The surprising power of bonds

Bonds are not perfect forecasters by any means, but they are the best indicator we have


The bond market is at it again, upsetting just about everyone. Bonds are the most important financial asset yet attract relatively little popular attention, at least when compared to the newsflow that surrounds stocks – or even gold (the most insignificant asset). We only really became acquainted with bond markets when we discovered how much we and our banks owed them – and still do. Words like senior and subordinated, for a while, have entered into everyday conversations (well, of some people).

Politicians often seem surprised to discover the power of bonds. James Carville, a senior strategist and adviser to Bill Clinton famously described, in the early 1990s, with awe, the hold that bond investors have over policymakers “I used to think if there was reincarnation, I wanted to come back as the president or the pope or a .400 baseball hitter. But now I want to come back as the bond market. You can intimidate everybody”. He was right then and his sentiments carry equal force today.

Perhaps it is because bonds are less interesting than stocks. You can tell stories about equity prices: ‘Microsoft’s share price fell massively because Bill Gates was seen using an iPad’, or something along those lines. Bonds are boring by comparison; it is far more difficult to link the price of a bond to exciting and personal stories. And bond prices go up when bond yields go down. That one gets just about everybody, even equity types.

But bond prices, and those pesky yields, affect everything, as Carville and the Irish taxpayer found out. All that Quantitative Easing by central banks has not been about printing money, not directly anyway: it’s a story about buying bonds. Bonds of all sorts that have been purchased in very large quantities. And the effects of those purchases? Most people would seem to prefer sawing their right leg off with a blunt penknife rather than seek to understand all of this. Yet it affects more people, globally, than anything else going on in financial markets right now. It also affects everything going on in financial markets, from commodities, to gold, to the oil price, to the value of emerging market currencies. And, of course, equity markets.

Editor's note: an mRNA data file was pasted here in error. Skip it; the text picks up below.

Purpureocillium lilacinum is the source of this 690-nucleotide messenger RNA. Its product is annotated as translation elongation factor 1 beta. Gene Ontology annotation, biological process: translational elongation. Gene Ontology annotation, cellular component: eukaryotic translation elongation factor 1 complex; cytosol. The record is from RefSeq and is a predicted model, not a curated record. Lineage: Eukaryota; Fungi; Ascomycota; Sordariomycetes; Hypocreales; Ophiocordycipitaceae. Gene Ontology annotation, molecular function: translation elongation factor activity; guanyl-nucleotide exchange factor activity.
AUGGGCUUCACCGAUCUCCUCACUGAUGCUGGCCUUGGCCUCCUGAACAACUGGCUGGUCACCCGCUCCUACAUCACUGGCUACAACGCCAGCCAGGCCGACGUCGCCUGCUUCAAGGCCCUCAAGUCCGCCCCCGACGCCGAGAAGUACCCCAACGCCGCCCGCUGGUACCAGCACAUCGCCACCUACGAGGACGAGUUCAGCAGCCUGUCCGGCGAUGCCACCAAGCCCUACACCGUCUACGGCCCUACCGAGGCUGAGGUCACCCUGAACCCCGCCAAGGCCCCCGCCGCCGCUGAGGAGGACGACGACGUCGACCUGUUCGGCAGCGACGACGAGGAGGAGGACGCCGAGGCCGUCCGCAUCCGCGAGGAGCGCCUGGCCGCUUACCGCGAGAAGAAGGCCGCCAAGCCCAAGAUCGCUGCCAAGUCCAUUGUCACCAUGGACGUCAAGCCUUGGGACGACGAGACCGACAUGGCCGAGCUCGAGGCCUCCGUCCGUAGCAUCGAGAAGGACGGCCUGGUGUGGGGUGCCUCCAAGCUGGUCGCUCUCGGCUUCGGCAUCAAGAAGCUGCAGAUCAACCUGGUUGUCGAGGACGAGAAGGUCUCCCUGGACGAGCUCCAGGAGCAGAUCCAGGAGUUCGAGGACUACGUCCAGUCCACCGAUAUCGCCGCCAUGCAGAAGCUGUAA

Led by US government bonds, prices everywhere are going down. That means that bond yields are going up. Most market commentators seem to think this is dreadful. Prices of bonds are falling because it is widely believed that the Federal Reserve and other central banks will buy fewer bonds in the future than they have done over the past few years. Why would that be so? It is because there is new evidence emerging, by the day, that the US economy (and, whisper it quietly, Europe) is getting better, perhaps a lot better. We might think that an improved economic outlook would make markets happy but, apparently, this is not so. As things get better, bond prices fall. We can understand that bit: the very low bond yields of the past few years are a direct result of the great recession. Bonds love recessions, especially when the downturn provokes central banks into those massive buying programs.

So, equity and other bond-linked markets are miserable right now – this can only be a relative remark since stock markets have only fallen a little. They have, over the past four years or so, risen an awful lot, anticipating, first, the end of the crisis and, second, the resumption of some semblance of financial normality.

If higher bond yields are upsetting some market types, let’s hope it gets a lot worse. Because those higher yields are, in fact, an indicator that normality might just be about to be restored. Bonds are not perfect forecasters by any means, but they are the best indicator we have. And the more those yields keep rising, the more normal things will be getting.

What is normal? In the US it might still be as much as 3 per cent growth, In Europe it is probably well south of that, perhaps even less than 1 per cent. Nothing that will make serious dent in unemployment. But that verges on a forecast, something this column has foresworn. Let’s hope for normal times, whatever that means, for however long it might last.

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